- New York Post
"The band was set up as a trio, sounding raw and virile. It was simple guitar, bass and drums, save for the looped backing vocal that mysteriously appeared on several occasions. Sting introduced both Summers and Copeland as "legends" as the ensemble loped through 'Walking on the Moon', 'Don't Stand So Close to Me' and 'When the World is Running Down, You Make the Best of What's Still Around'."
- The Republican
"The lighting and screen projections also gave the performance a nice feel. For example, the dinosaur bones walking on the large stage television screens had a nice complementary effect during 'Walking In Your Footsteps'. The lighting was also strong during 'Synchronicity II' and 'Can't Stand Losing You'. Perhaps the best projection moment was during the final song of the evening, 'Next To You'. During the performance, a collage of the band was played that showed the three guys during their old touring days."
- The Journal Inquirer
"After running through the repertoire of hits, including 'Don't Stand So Close To Me' and 'Invisible Sun', the band closed the set with 'Roxanne', the crowd singing along the infamous, infectious lines. In the end, it was just three guys on stage playing their hearts out - no extras, no frill - showing that what made them famous 30 years ago is what will keep them popular for another 30."
- New Haven Register
"The show was brisk and professional, and the band has been on the road long enough this summer to regain the incredible musical chemistry that was such an important part of the Police in its first incarnation. The songs, starting with opener 'Message in a Bottle' and continuing all the way through the final encore, 'Next to You,' sounded tight but relaxed, and with room for variations."
- Hartford Courant
"To the band's credit, the Police's current tour isn't about sounding just like they did 25 years ago, or sounding just like the records. Rather, it's about recapturing their mojo as an improvisational rock trio who can rearrange songs on the fly."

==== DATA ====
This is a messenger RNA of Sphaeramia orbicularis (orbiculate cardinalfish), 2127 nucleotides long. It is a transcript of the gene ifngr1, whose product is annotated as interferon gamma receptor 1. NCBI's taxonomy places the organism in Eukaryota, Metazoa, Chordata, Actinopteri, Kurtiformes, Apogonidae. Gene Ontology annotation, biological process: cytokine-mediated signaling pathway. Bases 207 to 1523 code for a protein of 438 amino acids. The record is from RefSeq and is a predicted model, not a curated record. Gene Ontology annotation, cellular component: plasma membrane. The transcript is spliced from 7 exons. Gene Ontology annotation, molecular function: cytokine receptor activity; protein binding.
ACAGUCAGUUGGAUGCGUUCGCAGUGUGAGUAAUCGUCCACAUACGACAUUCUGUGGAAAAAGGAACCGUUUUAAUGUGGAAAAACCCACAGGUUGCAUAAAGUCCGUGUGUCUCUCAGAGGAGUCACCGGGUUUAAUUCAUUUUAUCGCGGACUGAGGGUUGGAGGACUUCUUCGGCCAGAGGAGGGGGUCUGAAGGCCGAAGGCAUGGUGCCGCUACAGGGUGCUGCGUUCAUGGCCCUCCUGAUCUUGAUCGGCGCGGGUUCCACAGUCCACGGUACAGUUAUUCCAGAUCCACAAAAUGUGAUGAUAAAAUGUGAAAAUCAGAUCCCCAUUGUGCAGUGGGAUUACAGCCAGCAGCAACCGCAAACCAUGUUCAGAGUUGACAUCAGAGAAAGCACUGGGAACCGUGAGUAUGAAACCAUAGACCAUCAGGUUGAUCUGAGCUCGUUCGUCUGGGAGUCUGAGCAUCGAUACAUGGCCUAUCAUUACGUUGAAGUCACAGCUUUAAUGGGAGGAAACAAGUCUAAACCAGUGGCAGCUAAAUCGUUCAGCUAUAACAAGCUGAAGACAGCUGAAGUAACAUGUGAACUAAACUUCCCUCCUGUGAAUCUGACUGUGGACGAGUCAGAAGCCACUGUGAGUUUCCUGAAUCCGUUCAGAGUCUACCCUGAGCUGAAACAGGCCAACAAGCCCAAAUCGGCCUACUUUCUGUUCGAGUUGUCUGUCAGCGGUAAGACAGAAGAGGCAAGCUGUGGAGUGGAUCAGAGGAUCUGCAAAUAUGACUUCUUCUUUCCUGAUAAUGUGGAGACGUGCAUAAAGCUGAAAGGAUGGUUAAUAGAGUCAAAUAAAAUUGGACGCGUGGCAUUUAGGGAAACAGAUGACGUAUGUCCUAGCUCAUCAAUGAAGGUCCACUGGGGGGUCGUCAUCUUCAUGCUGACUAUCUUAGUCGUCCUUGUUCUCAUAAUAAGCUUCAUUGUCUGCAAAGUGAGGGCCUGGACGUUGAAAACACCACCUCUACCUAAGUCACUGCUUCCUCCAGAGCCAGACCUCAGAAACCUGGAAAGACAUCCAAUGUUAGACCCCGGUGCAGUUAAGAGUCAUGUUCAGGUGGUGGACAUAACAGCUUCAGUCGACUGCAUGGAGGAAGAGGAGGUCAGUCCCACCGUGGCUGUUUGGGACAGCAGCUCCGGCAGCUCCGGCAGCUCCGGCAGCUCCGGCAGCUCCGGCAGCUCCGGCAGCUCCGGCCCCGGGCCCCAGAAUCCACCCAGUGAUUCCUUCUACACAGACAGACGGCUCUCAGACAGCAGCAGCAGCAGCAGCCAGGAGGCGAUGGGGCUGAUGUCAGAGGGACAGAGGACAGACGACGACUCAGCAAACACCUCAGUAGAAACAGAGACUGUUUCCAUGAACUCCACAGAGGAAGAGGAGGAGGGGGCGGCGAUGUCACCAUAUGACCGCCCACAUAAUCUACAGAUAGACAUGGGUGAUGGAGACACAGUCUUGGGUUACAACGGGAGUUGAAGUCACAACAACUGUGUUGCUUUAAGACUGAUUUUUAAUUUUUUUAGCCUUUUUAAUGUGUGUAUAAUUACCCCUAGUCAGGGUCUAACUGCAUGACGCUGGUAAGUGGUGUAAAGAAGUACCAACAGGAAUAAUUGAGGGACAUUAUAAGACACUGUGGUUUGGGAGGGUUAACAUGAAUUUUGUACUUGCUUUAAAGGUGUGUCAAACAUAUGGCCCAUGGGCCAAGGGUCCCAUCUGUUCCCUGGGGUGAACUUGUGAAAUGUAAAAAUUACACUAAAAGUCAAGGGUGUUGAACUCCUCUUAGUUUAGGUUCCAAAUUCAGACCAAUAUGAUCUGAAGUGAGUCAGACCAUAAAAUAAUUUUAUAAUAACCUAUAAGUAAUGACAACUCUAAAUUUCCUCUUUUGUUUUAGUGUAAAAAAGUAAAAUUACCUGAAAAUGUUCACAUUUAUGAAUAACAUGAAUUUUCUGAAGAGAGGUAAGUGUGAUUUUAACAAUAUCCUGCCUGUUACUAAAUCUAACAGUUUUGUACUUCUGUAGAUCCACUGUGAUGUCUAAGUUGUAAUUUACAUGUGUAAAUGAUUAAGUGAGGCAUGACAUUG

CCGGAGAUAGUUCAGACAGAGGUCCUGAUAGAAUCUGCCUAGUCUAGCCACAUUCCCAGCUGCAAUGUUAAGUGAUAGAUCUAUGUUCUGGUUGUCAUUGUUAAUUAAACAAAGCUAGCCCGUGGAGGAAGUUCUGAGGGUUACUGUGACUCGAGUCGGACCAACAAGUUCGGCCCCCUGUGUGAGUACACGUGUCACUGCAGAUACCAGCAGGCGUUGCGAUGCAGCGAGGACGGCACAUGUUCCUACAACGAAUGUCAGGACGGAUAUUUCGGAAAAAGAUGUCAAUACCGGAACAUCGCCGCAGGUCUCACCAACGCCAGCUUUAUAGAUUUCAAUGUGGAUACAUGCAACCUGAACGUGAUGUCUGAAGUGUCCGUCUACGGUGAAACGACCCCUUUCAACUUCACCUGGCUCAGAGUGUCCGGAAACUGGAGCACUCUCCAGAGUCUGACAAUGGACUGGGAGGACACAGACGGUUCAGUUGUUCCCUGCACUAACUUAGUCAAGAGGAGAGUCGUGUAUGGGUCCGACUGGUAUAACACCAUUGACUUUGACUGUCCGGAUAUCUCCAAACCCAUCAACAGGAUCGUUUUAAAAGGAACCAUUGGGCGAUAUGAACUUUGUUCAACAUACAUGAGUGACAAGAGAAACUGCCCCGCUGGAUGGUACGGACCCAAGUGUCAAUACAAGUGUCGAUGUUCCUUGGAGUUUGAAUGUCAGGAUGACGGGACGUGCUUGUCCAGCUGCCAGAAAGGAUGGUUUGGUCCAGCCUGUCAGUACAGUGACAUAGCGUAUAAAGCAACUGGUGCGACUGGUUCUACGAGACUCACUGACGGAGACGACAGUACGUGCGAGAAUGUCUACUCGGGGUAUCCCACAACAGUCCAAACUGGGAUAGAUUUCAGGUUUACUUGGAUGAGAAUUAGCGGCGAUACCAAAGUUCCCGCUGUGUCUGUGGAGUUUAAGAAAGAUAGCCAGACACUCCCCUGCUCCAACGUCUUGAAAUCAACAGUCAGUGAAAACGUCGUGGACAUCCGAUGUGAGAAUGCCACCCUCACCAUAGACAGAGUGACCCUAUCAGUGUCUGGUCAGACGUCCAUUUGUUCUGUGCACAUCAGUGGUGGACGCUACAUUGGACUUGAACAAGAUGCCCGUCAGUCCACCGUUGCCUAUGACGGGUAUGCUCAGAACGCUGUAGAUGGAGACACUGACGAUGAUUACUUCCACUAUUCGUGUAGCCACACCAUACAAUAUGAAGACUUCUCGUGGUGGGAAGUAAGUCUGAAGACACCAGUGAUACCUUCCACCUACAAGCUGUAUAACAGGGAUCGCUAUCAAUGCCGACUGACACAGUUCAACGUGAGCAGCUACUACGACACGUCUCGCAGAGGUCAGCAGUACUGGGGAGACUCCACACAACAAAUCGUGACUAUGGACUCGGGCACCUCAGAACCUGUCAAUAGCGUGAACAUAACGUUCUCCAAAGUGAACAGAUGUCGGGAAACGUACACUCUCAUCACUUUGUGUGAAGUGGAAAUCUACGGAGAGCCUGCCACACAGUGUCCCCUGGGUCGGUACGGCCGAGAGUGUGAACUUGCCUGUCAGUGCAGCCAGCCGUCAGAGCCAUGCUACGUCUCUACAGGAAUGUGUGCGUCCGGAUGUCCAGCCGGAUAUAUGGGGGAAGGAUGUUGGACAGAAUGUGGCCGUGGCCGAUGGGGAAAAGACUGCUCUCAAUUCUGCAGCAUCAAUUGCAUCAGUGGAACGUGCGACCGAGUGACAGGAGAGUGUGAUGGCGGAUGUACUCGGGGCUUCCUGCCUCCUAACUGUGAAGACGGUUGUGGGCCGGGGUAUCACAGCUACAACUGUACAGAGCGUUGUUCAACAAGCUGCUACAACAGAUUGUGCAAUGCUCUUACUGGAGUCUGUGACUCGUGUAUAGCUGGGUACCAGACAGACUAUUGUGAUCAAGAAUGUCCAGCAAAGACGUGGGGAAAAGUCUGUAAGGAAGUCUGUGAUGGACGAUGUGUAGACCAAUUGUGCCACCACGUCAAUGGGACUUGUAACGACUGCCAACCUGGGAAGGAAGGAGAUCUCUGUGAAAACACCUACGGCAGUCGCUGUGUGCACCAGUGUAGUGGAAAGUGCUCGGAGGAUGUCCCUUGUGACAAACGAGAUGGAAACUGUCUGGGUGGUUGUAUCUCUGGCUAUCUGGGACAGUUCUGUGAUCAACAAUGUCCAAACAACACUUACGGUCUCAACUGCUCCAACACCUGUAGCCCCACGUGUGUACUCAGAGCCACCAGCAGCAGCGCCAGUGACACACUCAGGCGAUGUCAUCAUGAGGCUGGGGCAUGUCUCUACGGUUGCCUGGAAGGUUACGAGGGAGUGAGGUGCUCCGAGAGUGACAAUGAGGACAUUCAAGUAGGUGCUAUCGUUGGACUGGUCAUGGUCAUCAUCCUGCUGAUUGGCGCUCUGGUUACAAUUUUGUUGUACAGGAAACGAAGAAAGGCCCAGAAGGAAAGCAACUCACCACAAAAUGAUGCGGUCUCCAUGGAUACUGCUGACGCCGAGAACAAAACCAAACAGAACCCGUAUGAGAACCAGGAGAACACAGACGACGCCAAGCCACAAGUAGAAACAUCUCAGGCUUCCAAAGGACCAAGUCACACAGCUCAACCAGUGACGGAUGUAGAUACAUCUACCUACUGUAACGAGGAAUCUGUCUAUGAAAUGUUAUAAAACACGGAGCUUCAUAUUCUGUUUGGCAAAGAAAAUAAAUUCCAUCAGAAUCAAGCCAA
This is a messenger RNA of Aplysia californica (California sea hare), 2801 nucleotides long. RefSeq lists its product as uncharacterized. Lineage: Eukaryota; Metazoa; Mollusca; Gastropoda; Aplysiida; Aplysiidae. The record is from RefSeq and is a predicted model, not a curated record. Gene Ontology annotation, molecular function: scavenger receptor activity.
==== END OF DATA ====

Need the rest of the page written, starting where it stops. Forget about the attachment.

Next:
- Boston Phoenix
"The Police know their hits, they know the fans want to hear the hits, and the hits are what they play."
"Among the night's themes were frequent tempo changes, long guitar interludes and masterful percussion work from drummer Stewart Copeland. Guitarist Andy Summers played the sturdy and occasionally inspired counterpart to front man Sting, whose bass lines, vocals and considerable charisma helped carry the show"
- Boston Herald
"The still-great Police aspire to something even greater. Last night at Fenway Park the band aimed for - and often found - that elusive sweet spot between nostalgic singalongs and contemporary relevance. The show opened with a bang: 'Message in a Bottle' and 'Synchronicity II', both crisp and jittery, fog machine cranked to 10. Sting stalked the stage in tight black jeans tucked into combat boots, and a carefully torn white T-shirt, while Andy Summers spun out subtly-textured shards of guitar and drummer Stewart Copeland played everything but the beat."